At present, as a key analytical technique, mass spectrometry has been widely used in biomedicine, food science, homeland security, systems biology, drug discovery and other fields. Mass spectrometry is based on mass-to-charge ratio (m/z) analysis methods with high sensitivity, high accuracy, and universal applicability.
In mass spectrometry, ionization is a critical first step in charging neutral molecules with charge. Today's commercial ionization methods rely mostly on direct current (DC) high pressure to convert sample molecules into gas phase ions in an ion source. However, during ionization, the amount of ions (Q) is not controlled by voltage (V). Therefore, all current ionization methods do not achieve precise control of the amount of ions. Moreover, if a conventional high voltage power supply is used, most (99%) of the charge/current and ions are wasted. Therefore, mass spectrometry currently has a major bottleneck in the development direction of improving sensitivity, sample utilization, and duty cycle. Moreover, the conventionally used high voltage power supply has the disadvantages of being expensive, difficult to carry, and unsafe.
The high voltage output of a fixed charge is just one of the essential characteristics of a triboelectric nanogenerator (TENG). Under the joint guidance of Georgia Institute of Technology, Beijing Institute of Nano-Energy and Systems, Chinese Academy of Sciences, Wang Zhonglin and Facundo Fernández, Li Anzhen and Jin Yunlong formed a cross-faculty cooperation team, using TENG to drive the ion source, realizing the ion source in charge quantity, positive and negative Precise control of many aspects such as sex, signal length and so on. This work provides a completely new controllable parameter for mass spectrometry and is also the first application of nanogenerators in large analytical instruments. Related work has opened up new research and application areas, and was recently published in the latest issue of Nature Nanotechnology.
First, the team successfully achieved electrospray ionization and plasma discharge ionization using TENG. The fixed amount of charge provided by TENG provides unprecedented control over the ionization process. The team implemented the controllable ion generation of nanocoloumb and proposed a related physical model. Through the TENG drive, the duration, frequency and chargeability of the ion pulse can be effectively controlled and minimized sample consumption. The trace charge of TENG avoids the corona discharge phenomenon common in DC high voltage in mass spectrometry, thus achieving the first ultra-high voltage (5-9 kV) nanoelectrospray (nanoESI). This method increases the sensitivity of the electrospray ion source at low concentrations and maximizes sample utilization. Mass spectrometry by TENG-driven ionization has been successfully used to detect a variety of small organic molecules and biomacromolecules, and to achieve sensitivity that can detect hundreds of molecules. TENG-driven AC ion sprays are also used to deposit ionic materials on insulating surfaces.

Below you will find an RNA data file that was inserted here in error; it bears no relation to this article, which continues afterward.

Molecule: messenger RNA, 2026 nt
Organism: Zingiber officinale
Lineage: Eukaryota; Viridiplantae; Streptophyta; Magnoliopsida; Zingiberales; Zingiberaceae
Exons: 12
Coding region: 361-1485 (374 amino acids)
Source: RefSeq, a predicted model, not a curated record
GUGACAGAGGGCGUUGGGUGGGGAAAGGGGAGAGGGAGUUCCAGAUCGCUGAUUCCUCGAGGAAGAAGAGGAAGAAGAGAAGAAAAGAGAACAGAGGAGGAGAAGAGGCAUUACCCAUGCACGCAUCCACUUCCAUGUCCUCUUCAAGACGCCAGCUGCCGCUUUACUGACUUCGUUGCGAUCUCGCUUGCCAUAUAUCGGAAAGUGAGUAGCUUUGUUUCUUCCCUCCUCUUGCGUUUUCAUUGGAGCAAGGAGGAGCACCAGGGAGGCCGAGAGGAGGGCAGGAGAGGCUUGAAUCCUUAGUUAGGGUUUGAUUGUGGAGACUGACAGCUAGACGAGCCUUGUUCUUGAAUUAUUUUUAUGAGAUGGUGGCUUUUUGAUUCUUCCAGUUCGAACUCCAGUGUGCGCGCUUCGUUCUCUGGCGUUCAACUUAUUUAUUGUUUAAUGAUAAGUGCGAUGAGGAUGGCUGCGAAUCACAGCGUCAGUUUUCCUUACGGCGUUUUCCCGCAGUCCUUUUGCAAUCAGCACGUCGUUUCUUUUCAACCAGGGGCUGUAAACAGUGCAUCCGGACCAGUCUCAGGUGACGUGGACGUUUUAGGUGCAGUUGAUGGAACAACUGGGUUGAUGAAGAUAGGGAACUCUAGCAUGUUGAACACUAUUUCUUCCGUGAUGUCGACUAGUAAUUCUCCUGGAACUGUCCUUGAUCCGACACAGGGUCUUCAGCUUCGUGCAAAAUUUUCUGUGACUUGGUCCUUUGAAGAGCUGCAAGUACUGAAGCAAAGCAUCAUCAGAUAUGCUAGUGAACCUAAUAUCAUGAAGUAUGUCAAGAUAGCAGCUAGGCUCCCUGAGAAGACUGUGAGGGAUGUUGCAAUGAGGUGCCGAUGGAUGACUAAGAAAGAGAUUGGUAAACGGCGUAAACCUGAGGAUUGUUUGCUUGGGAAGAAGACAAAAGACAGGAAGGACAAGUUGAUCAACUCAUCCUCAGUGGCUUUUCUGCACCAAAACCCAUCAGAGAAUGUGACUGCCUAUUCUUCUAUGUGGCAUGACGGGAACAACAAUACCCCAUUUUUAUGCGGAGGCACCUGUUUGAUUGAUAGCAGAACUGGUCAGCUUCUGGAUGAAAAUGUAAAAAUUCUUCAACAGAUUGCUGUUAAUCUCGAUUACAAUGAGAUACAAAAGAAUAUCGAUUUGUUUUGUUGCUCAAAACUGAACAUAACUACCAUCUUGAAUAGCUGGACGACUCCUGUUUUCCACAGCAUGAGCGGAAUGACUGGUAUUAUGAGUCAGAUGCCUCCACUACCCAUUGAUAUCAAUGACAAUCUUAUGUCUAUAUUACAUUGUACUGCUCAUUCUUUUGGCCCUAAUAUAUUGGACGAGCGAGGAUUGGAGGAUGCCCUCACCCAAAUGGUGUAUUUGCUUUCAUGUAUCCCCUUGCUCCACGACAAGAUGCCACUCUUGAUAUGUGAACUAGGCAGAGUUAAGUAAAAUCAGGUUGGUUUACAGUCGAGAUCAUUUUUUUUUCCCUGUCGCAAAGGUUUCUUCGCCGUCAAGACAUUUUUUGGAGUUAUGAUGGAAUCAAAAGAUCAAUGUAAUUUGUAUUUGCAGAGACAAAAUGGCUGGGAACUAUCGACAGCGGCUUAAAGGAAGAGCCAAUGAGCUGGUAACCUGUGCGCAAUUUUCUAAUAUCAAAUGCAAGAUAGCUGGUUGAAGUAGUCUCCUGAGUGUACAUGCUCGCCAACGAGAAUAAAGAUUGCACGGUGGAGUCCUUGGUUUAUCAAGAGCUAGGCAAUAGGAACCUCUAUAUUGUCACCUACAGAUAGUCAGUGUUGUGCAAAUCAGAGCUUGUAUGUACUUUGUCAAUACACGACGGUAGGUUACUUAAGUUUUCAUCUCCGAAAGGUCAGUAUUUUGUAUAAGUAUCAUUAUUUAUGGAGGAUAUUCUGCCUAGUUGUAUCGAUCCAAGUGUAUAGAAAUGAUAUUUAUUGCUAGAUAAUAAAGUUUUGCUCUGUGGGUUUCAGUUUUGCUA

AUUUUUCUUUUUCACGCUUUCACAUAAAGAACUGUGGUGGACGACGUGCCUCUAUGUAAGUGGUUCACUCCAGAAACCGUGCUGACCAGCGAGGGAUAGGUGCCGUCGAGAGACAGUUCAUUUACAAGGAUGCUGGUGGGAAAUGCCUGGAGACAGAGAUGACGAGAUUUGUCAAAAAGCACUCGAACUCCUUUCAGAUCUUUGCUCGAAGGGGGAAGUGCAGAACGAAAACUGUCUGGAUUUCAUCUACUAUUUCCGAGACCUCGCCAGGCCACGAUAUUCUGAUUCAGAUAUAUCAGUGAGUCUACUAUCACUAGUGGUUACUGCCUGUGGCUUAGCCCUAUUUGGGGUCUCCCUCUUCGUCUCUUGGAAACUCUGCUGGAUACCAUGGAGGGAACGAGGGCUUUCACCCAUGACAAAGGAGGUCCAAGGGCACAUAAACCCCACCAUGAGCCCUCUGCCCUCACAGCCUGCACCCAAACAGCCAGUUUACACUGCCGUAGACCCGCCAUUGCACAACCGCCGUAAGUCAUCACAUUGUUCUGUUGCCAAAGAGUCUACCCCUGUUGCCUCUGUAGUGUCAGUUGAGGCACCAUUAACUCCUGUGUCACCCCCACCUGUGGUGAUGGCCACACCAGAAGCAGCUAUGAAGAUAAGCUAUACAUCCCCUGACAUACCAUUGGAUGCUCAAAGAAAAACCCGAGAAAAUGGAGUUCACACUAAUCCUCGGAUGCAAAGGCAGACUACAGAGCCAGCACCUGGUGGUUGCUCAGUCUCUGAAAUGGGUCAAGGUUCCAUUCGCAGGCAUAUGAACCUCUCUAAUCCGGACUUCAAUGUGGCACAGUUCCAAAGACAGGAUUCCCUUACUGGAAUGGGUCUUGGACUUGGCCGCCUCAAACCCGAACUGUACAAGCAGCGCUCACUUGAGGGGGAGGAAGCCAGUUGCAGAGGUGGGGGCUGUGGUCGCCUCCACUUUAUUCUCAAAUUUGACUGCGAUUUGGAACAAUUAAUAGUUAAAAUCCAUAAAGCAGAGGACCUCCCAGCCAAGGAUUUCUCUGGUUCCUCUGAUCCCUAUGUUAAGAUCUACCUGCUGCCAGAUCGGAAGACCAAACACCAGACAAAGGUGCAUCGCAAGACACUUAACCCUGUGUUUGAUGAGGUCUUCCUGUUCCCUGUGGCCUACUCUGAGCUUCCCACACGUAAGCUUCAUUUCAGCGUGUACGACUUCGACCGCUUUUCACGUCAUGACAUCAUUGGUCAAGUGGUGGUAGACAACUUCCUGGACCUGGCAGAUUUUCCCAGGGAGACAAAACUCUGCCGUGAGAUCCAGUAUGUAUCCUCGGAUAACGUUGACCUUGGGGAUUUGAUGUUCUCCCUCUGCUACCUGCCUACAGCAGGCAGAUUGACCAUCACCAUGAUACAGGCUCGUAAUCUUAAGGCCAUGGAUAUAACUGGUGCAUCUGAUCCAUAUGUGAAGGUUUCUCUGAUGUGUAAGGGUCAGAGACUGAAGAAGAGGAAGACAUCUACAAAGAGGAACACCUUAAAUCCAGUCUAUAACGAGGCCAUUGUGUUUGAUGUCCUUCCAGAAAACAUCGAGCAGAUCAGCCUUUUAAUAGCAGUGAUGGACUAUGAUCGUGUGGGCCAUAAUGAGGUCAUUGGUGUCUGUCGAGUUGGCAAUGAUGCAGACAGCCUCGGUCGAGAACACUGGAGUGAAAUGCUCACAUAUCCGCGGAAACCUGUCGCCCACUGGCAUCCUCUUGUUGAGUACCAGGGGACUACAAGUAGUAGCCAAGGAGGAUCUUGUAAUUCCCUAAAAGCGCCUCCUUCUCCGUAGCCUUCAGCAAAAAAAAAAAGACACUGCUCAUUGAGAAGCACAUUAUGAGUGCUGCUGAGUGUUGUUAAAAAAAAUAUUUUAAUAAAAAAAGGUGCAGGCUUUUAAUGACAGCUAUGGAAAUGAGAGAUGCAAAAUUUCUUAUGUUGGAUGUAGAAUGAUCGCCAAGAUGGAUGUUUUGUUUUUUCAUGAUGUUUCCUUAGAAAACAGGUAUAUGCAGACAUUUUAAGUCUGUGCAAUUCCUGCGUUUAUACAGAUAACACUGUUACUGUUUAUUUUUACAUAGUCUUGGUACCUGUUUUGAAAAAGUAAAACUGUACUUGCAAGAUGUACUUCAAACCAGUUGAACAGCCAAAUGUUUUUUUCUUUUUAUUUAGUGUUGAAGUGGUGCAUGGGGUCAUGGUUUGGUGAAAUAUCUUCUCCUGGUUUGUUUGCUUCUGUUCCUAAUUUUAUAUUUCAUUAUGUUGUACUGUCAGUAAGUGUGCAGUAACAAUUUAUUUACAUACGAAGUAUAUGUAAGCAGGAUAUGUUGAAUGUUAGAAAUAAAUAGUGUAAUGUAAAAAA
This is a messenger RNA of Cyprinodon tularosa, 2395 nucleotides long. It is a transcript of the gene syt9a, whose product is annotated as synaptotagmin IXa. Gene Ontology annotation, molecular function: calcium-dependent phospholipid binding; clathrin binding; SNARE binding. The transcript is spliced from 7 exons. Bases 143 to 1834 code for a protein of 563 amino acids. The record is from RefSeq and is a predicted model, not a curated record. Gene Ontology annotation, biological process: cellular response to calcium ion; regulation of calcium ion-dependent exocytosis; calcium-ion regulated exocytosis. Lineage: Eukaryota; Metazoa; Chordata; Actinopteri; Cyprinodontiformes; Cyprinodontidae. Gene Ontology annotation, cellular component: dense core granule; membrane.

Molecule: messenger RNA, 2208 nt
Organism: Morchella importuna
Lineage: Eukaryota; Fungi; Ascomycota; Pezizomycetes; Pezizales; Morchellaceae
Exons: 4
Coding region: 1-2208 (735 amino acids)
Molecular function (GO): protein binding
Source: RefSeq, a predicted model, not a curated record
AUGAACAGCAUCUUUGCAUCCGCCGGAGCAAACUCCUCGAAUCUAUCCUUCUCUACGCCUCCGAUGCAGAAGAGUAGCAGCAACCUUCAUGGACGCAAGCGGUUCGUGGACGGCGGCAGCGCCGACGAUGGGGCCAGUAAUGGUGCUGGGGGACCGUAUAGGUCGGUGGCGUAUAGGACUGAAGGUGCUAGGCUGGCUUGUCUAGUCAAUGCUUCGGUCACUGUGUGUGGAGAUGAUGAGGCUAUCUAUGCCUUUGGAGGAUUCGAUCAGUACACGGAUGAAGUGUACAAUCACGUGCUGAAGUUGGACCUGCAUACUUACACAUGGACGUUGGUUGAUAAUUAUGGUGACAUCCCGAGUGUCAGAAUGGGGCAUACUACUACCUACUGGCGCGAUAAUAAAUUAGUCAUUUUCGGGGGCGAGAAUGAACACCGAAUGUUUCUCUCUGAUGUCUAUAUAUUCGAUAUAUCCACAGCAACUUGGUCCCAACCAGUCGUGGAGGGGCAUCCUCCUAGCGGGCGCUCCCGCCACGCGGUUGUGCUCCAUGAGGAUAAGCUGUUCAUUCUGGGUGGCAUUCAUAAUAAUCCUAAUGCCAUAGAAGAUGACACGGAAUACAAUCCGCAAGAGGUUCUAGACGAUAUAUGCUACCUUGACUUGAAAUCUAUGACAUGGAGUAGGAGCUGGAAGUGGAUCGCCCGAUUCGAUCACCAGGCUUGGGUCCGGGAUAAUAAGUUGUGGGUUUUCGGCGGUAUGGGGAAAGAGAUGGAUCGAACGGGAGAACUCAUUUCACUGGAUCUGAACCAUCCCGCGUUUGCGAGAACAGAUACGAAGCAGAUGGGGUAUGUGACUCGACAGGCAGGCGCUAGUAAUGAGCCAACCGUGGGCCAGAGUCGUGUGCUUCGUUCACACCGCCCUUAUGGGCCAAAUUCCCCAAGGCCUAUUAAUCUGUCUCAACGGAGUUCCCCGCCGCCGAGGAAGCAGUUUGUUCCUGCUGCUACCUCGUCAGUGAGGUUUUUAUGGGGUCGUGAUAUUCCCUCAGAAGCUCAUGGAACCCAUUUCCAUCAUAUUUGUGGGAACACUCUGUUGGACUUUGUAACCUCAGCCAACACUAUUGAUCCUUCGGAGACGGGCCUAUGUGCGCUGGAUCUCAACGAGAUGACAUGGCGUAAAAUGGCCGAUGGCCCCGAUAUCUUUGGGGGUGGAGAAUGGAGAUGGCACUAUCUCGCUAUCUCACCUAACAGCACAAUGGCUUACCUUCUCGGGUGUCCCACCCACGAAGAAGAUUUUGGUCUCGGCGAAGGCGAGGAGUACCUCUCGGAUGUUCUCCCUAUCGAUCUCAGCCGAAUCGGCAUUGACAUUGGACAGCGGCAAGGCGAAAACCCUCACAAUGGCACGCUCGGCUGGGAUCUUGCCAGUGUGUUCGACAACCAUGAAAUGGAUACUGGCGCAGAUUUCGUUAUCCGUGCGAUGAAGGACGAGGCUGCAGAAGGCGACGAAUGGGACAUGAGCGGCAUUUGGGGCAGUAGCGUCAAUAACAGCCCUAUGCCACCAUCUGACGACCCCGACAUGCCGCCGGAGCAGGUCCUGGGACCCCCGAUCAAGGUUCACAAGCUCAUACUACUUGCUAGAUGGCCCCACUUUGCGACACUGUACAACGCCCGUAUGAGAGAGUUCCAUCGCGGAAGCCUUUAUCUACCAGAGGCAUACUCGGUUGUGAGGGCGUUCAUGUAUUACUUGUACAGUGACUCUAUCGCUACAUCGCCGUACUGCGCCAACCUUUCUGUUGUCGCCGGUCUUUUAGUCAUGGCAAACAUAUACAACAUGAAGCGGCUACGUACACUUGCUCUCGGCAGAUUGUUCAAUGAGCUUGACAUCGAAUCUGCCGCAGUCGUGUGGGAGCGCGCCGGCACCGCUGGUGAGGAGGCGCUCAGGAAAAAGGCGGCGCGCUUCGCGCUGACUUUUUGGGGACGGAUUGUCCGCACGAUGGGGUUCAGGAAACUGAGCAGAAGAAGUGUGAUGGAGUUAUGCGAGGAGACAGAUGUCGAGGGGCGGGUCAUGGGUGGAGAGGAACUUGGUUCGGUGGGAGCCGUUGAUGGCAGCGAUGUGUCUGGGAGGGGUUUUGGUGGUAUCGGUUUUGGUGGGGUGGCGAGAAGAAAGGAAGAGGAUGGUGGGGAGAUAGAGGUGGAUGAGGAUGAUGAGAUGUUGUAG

This research is groundbreaking for the development of both mass spectrometry and TENG.
First, the study achieved the first precise control of the amount of charge during ionization, bringing a new controllable parameter to mass spectrometry, improving the analytical accuracy, and providing the ability to analyze very small samples for chemical and biological detection. The bottleneck problem of mass spectrometry offers new possibilities. And, using TENG allows researchers to synchronize spray time with mass spectrometry time to maximize sample utilization.
At the same time, TENG replaces the original ion spray power supply on mass spectrometry equipment, making it portable for small mass spectrometry devices and providing possibilities in extreme conditions such as military or aerospace applications.
Finally, the study, as the first study to use TENG in equipment and equipment, confirmed that TENG is a simple, safe and effective method for providing high voltage, providing ideas for similar research, driving different instruments for TENG and The process thus laid the foundation for a "controllable self-driven system".